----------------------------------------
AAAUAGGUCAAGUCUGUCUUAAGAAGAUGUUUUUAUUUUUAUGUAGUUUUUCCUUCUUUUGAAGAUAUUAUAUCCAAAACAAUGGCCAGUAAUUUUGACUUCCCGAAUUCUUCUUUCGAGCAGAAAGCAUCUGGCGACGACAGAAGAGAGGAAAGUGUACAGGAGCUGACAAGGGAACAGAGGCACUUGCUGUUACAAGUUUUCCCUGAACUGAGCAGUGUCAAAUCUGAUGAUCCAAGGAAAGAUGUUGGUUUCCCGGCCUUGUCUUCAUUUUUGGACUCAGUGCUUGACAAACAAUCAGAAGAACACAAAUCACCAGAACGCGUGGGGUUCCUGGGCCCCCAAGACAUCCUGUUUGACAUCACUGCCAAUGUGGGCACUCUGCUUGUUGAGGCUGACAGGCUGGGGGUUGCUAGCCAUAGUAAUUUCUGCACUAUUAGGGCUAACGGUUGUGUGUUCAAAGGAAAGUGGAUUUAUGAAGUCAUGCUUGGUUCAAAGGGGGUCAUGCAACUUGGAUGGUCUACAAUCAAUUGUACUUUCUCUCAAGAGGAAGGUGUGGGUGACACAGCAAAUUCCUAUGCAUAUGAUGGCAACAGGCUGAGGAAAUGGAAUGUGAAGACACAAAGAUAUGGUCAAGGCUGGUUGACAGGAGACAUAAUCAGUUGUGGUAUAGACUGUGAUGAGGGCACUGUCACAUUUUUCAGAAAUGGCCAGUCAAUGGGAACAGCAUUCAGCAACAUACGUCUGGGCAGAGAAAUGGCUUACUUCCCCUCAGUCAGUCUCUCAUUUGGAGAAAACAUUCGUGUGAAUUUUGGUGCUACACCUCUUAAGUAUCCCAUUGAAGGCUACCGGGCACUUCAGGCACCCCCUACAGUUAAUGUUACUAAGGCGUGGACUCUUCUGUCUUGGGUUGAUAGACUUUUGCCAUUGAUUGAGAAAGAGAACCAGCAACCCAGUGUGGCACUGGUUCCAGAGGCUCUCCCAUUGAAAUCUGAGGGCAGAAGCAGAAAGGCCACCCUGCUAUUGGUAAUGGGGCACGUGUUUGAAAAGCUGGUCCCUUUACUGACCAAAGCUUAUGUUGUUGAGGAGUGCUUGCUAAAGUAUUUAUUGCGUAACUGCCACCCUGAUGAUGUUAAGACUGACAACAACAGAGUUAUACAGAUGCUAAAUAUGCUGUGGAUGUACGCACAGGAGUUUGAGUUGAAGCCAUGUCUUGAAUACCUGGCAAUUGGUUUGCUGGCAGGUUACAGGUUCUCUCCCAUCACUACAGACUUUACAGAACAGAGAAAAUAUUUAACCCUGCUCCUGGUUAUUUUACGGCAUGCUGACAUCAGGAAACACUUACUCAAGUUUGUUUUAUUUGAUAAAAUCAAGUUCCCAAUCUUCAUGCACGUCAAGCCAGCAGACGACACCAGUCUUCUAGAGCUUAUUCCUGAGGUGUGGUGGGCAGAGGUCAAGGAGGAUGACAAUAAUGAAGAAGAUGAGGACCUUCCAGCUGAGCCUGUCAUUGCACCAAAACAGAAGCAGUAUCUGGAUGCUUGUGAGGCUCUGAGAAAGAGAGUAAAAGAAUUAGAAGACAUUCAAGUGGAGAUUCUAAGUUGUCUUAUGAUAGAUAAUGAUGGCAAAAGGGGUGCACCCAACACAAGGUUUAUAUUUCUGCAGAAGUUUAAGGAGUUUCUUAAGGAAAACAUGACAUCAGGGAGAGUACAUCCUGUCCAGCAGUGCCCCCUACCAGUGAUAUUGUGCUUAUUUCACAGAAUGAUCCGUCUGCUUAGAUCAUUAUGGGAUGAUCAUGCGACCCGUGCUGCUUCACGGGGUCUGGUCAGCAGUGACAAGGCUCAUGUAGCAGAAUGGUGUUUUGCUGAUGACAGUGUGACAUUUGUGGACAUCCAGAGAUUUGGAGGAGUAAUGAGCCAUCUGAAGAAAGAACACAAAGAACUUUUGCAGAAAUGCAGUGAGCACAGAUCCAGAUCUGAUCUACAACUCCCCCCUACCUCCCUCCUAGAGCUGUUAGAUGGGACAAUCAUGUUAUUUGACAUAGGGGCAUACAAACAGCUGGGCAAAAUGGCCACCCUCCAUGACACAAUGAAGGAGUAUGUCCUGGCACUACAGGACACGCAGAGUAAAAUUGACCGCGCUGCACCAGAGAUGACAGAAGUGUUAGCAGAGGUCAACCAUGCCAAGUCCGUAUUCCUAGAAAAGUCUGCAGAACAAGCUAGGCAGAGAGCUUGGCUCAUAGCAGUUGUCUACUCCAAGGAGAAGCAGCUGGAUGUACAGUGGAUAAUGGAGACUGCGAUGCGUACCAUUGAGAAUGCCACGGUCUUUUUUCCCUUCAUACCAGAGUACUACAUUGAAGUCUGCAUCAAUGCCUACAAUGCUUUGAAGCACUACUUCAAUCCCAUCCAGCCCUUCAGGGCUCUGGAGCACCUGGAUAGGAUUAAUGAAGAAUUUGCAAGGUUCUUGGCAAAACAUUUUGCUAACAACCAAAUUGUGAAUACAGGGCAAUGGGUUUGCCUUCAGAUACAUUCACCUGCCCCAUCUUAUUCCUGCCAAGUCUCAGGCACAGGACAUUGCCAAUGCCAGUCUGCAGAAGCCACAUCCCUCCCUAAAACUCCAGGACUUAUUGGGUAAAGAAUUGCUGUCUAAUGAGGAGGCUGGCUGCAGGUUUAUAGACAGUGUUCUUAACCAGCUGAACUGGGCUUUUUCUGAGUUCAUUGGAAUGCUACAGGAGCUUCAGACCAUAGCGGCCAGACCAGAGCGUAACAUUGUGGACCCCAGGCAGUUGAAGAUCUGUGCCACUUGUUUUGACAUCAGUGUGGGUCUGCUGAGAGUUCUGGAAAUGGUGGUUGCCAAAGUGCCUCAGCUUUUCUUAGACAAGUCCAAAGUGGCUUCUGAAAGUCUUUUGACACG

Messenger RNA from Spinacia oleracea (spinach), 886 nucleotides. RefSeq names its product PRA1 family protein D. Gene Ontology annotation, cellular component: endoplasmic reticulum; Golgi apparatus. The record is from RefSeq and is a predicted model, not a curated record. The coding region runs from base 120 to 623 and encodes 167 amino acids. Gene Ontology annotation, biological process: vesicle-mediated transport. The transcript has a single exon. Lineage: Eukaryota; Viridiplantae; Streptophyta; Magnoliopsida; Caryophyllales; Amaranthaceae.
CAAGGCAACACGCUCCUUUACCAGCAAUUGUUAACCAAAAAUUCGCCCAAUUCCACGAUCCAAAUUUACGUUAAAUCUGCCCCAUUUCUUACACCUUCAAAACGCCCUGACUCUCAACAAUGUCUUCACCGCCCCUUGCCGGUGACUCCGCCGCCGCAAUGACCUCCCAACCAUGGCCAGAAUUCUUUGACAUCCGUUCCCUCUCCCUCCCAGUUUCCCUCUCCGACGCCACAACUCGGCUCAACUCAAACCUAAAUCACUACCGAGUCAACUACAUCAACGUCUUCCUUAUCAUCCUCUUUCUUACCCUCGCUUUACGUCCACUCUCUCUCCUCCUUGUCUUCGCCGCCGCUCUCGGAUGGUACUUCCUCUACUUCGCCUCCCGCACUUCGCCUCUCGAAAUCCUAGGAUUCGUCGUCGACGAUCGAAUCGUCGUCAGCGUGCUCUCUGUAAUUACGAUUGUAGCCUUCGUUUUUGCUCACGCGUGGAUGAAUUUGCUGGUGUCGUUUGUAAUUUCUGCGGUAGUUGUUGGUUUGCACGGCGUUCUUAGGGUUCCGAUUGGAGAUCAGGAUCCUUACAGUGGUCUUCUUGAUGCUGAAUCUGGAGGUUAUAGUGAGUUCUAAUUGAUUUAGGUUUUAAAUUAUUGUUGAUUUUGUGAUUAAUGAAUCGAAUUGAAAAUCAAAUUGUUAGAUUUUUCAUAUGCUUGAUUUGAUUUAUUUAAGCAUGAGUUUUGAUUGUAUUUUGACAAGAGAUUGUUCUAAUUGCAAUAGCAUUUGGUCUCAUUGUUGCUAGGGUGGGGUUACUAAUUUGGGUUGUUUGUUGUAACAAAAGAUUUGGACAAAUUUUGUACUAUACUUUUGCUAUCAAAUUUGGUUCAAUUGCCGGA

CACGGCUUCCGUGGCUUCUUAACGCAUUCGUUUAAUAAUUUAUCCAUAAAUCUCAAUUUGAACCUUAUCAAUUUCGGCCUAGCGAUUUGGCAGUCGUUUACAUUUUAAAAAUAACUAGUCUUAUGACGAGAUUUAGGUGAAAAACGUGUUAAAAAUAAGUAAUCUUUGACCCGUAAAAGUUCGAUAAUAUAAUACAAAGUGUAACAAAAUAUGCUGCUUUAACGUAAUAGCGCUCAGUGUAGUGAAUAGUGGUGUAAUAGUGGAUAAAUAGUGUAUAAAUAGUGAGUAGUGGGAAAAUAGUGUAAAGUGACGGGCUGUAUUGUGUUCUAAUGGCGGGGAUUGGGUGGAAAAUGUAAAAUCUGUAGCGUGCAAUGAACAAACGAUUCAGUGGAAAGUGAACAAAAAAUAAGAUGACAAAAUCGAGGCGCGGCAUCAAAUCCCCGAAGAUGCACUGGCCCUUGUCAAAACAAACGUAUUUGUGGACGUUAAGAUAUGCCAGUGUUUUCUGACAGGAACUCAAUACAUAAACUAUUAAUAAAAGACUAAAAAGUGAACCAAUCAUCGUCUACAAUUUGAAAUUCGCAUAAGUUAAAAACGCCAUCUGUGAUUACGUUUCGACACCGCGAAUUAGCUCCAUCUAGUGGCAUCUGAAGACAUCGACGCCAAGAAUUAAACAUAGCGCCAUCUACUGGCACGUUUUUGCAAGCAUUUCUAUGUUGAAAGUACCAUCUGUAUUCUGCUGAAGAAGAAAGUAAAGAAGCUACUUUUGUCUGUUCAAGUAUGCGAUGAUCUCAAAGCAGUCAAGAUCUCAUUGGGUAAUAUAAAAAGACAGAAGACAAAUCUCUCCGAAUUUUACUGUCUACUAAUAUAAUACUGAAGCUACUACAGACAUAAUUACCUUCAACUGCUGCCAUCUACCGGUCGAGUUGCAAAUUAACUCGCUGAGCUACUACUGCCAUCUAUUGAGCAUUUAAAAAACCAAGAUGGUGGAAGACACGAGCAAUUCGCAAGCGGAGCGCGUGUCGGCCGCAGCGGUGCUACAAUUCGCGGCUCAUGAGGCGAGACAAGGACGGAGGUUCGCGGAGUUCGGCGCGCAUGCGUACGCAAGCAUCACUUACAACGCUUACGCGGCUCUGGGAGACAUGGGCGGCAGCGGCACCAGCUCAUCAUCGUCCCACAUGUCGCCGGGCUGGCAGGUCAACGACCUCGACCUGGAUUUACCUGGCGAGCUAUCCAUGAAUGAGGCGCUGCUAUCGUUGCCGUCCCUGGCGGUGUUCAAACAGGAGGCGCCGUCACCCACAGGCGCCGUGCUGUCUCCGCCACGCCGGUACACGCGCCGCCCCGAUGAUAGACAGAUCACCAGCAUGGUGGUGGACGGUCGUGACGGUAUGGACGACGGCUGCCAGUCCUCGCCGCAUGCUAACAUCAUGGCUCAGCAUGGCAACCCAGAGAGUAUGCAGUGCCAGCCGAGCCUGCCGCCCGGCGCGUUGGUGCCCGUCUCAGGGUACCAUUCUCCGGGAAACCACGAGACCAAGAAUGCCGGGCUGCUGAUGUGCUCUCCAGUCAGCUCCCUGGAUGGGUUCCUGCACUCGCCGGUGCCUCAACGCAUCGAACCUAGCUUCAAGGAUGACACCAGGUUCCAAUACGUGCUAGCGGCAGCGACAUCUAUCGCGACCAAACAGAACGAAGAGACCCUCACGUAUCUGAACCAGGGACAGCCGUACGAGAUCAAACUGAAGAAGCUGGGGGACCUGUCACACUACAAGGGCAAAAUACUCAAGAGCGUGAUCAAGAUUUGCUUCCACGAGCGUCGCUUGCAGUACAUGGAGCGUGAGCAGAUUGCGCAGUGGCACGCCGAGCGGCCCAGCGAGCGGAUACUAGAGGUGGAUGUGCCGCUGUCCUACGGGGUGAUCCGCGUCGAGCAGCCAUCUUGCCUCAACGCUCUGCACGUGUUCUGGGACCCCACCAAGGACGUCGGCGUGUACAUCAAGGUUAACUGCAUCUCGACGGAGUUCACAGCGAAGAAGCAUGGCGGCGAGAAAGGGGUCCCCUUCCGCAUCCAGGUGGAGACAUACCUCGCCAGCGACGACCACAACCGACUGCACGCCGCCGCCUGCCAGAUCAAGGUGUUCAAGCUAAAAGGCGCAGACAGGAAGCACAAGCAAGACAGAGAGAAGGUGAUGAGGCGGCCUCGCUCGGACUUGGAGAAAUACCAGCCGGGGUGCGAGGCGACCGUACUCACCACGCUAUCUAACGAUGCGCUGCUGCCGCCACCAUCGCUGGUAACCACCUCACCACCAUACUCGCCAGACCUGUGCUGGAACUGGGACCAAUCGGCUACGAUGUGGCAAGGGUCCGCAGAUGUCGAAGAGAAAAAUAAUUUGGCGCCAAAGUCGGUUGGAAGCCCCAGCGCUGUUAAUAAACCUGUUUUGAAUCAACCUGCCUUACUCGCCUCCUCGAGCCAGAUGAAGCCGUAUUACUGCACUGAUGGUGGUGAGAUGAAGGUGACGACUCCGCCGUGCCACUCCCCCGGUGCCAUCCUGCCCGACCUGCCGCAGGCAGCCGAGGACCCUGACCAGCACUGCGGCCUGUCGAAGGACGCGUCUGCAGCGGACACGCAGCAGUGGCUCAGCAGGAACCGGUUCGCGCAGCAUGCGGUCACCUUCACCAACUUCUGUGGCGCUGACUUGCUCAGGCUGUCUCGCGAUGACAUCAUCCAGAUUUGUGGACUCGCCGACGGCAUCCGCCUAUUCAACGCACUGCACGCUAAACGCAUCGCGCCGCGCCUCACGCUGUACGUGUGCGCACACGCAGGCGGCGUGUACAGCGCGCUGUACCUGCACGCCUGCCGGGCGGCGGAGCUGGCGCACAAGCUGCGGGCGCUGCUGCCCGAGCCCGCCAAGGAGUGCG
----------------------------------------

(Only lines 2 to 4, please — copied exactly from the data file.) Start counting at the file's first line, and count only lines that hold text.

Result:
Messenger RNA from Spinacia oleracea (spinach), 886 nucleotides. RefSeq names its product PRA1 family protein D. Gene Ontology annotation, cellular component: endoplasmic reticulum; Golgi apparatus. The record is from RefSeq and is a predicted model, not a curated record. The coding region runs from base 120 to 623 and encodes 167 amino acids. Gene Ontology annotation, biological process: vesicle-mediated transport. The transcript has a single exon. Lineage: Eukaryota; Viridiplantae; Streptophyta; Magnoliopsida; Caryophyllales; Amaranthaceae.
CAAGGCAACACGCUCCUUUACCAGCAAUUGUUAACCAAAAAUUCGCCCAAUUCCACGAUCCAAAUUUACGUUAAAUCUGCCCCAUUUCUUACACCUUCAAAACGCCCUGACUCUCAACAAUGUCUUCACCGCCCCUUGCCGGUGACUCCGCCGCCGCAAUGACCUCCCAACCAUGGCCAGAAUUCUUUGACAUCCGUUCCCUCUCCCUCCCAGUUUCCCUCUCCGACGCCACAACUCGGCUCAACUCAAACCUAAAUCACUACCGAGUCAACUACAUCAACGUCUUCCUUAUCAUCCUCUUUCUUACCCUCGCUUUACGUCCACUCUCUCUCCUCCUUGUCUUCGCCGCCGCUCUCGGAUGGUACUUCCUCUACUUCGCCUCCCGCACUUCGCCUCUCGAAAUCCUAGGAUUCGUCGUCGACGAUCGAAUCGUCGUCAGCGUGCUCUCUGUAAUUACGAUUGUAGCCUUCGUUUUUGCUCACGCGUGGAUGAAUUUGCUGGUGUCGUUUGUAAUUUCUGCGGUAGUUGUUGGUUUGCACGGCGUUCUUAGGGUUCCGAUUGGAGAUCAGGAUCCUUACAGUGGUCUUCUUGAUGCUGAAUCUGGAGGUUAUAGUGAGUUCUAAUUGAUUUAGGUUUUAAAUUAUUGUUGAUUUUGUGAUUAAUGAAUCGAAUUGAAAAUCAAAUUGUUAGAUUUUUCAUAUGCUUGAUUUGAUUUAUUUAAGCAUGAGUUUUGAUUGUAUUUUGACAAGAGAUUGUUCUAAUUGCAAUAGCAUUUGGUCUCAUUGUUGCUAGGGUGGGGUUACUAAUUUGGGUUGUUUGUUGUAACAAAAGAUUUGGACAAAUUUUGUACUAUACUUUUGCUAUCAAAUUUGGUUCAAUUGCCGGA

CACGGCUUCCGUGGCUUCUUAACGCAUUCGUUUAAUAAUUUAUCCAUAAAUCUCAAUUUGAACCUUAUCAAUUUCGGCCUAGCGAUUUGGCAGUCGUUUACAUUUUAAAAAUAACUAGUCUUAUGACGAGAUUUAGGUGAAAAACGUGUUAAAAAUAAGUAAUCUUUGACCCGUAAAAGUUCGAUAAUAUAAUACAAAGUGUAACAAAAUAUGCUGCUUUAACGUAAUAGCGCUCAGUGUAGUGAAUAGUGGUGUAAUAGUGGAUAAAUAGUGUAUAAAUAGUGAGUAGUGGGAAAAUAGUGUAAAGUGACGGGCUGUAUUGUGUUCUAAUGGCGGGGAUUGGGUGGAAAAUGUAAAAUCUGUAGCGUGCAAUGAACAAACGAUUCAGUGGAAAGUGAACAAAAAAUAAGAUGACAAAAUCGAGGCGCGGCAUCAAAUCCCCGAAGAUGCACUGGCCCUUGUCAAAACAAACGUAUUUGUGGACGUUAAGAUAUGCCAGUGUUUUCUGACAGGAACUCAAUACAUAAACUAUUAAUAAAAGACUAAAAAGUGAACCAAUCAUCGUCUACAAUUUGAAAUUCGCAUAAGUUAAAAACGCCAUCUGUGAUUACGUUUCGACACCGCGAAUUAGCUCCAUCUAGUGGCAUCUGAAGACAUCGACGCCAAGAAUUAAACAUAGCGCCAUCUACUGGCACGUUUUUGCAAGCAUUUCUAUGUUGAAAGUACCAUCUGUAUUCUGCUGAAGAAGAAAGUAAAGAAGCUACUUUUGUCUGUUCAAGUAUGCGAUGAUCUCAAAGCAGUCAAGAUCUCAUUGGGUAAUAUAAAAAGACAGAAGACAAAUCUCUCCGAAUUUUACUGUCUACUAAUAUAAUACUGAAGCUACUACAGACAUAAUUACCUUCAACUGCUGCCAUCUACCGGUCGAGUUGCAAAUUAACUCGCUGAGCUACUACUGCCAUCUAUUGAGCAUUUAAAAAACCAAGAUGGUGGAAGACACGAGCAAUUCGCAAGCGGAGCGCGUGUCGGCCGCAGCGGUGCUACAAUUCGCGGCUCAUGAGGCGAGACAAGGACGGAGGUUCGCGGAGUUCGGCGCGCAUGCGUACGCAAGCAUCACUUACAACGCUUACGCGGCUCUGGGAGACAUGGGCGGCAGCGGCACCAGCUCAUCAUCGUCCCACAUGUCGCCGGGCUGGCAGGUCAACGACCUCGACCUGGAUUUACCUGGCGAGCUAUCCAUGAAUGAGGCGCUGCUAUCGUUGCCGUCCCUGGCGGUGUUCAAACAGGAGGCGCCGUCACCCACAGGCGCCGUGCUGUCUCCGCCACGCCGGUACACGCGCCGCCCCGAUGAUAGACAGAUCACCAGCAUGGUGGUGGACGGUCGUGACGGUAUGGACGACGGCUGCCAGUCCUCGCCGCAUGCUAACAUCAUGGCUCAGCAUGGCAACCCAGAGAGUAUGCAGUGCCAGCCGAGCCUGCCGCCCGGCGCGUUGGUGCCCGUCUCAGGGUACCAUUCUCCGGGAAACCACGAGACCAAGAAUGCCGGGCUGCUGAUGUGCUCUCCAGUCAGCUCCCUGGAUGGGUUCCUGCACUCGCCGGUGCCUCAACGCAUCGAACCUAGCUUCAAGGAUGACACCAGGUUCCAAUACGUGCUAGCGGCAGCGACAUCUAUCGCGACCAAACAGAACGAAGAGACCCUCACGUAUCUGAACCAGGGACAGCCGUACGAGAUCAAACUGAAGAAGCUGGGGGACCUGUCACACUACAAGGGCAAAAUACUCAAGAGCGUGAUCAAGAUUUGCUUCCACGAGCGUCGCUUGCAGUACAUGGAGCGUGAGCAGAUUGCGCAGUGGCACGCCGAGCGGCCCAGCGAGCGGAUACUAGAGGUGGAUGUGCCGCUGUCCUACGGGGUGAUCCGCGUCGAGCAGCCAUCUUGCCUCAACGCUCUGCACGUGUUCUGGGACCCCACCAAGGACGUCGGCGUGUACAUCAAGGUUAACUGCAUCUCGACGGAGUUCACAGCGAAGAAGCAUGGCGGCGAGAAAGGGGUCCCCUUCCGCAUCCAGGUGGAGACAUACCUCGCCAGCGACGACCACAACCGACUGCACGCCGCCGCCUGCCAGAUCAAGGUGUUCAAGCUAAAAGGCGCAGACAGGAAGCACAAGCAAGACAGAGAGAAGGUGAUGAGGCGGCCUCGCUCGGACUUGGAGAAAUACCAGCCGGGGUGCGAGGCGACCGUACUCACCACGCUAUCUAACGAUGCGCUGCUGCCGCCACCAUCGCUGGUAACCACCUCACCACCAUACUCGCCAGACCUGUGCUGGAACUGGGACCAAUCGGCUACGAUGUGGCAAGGGUCCGCAGAUGUCGAAGAGAAAAAUAAUUUGGCGCCAAAGUCGGUUGGAAGCCCCAGCGCUGUUAAUAAACCUGUUUUGAAUCAACCUGCCUUACUCGCCUCCUCGAGCCAGAUGAAGCCGUAUUACUGCACUGAUGGUGGUGAGAUGAAGGUGACGACUCCGCCGUGCCACUCCCCCGGUGCCAUCCUGCCCGACCUGCCGCAGGCAGCCGAGGACCCUGACCAGCACUGCGGCCUGUCGAAGGACGCGUCUGCAGCGGACACGCAGCAGUGGCUCAGCAGGAACCGGUUCGCGCAGCAUGCGGUCACCUUCACCAACUUCUGUGGCGCUGACUUGCUCAGGCUGUCUCGCGAUGACAUCAUCCAGAUUUGUGGACUCGCCGACGGCAUCCGCCUAUUCAACGCACUGCACGCUAAACGCAUCGCGCCGCGCCUCACGCUGUACGUGUGCGCACACGCAGGCGGCGUGUACAGCGCGCUGUACCUGCACGCCUGCCGGGCGGCGGAGCUGGCGCACAAGCUGCGGGCGCUGCUGCCCGAGCCCGCCAAGGAGUGCG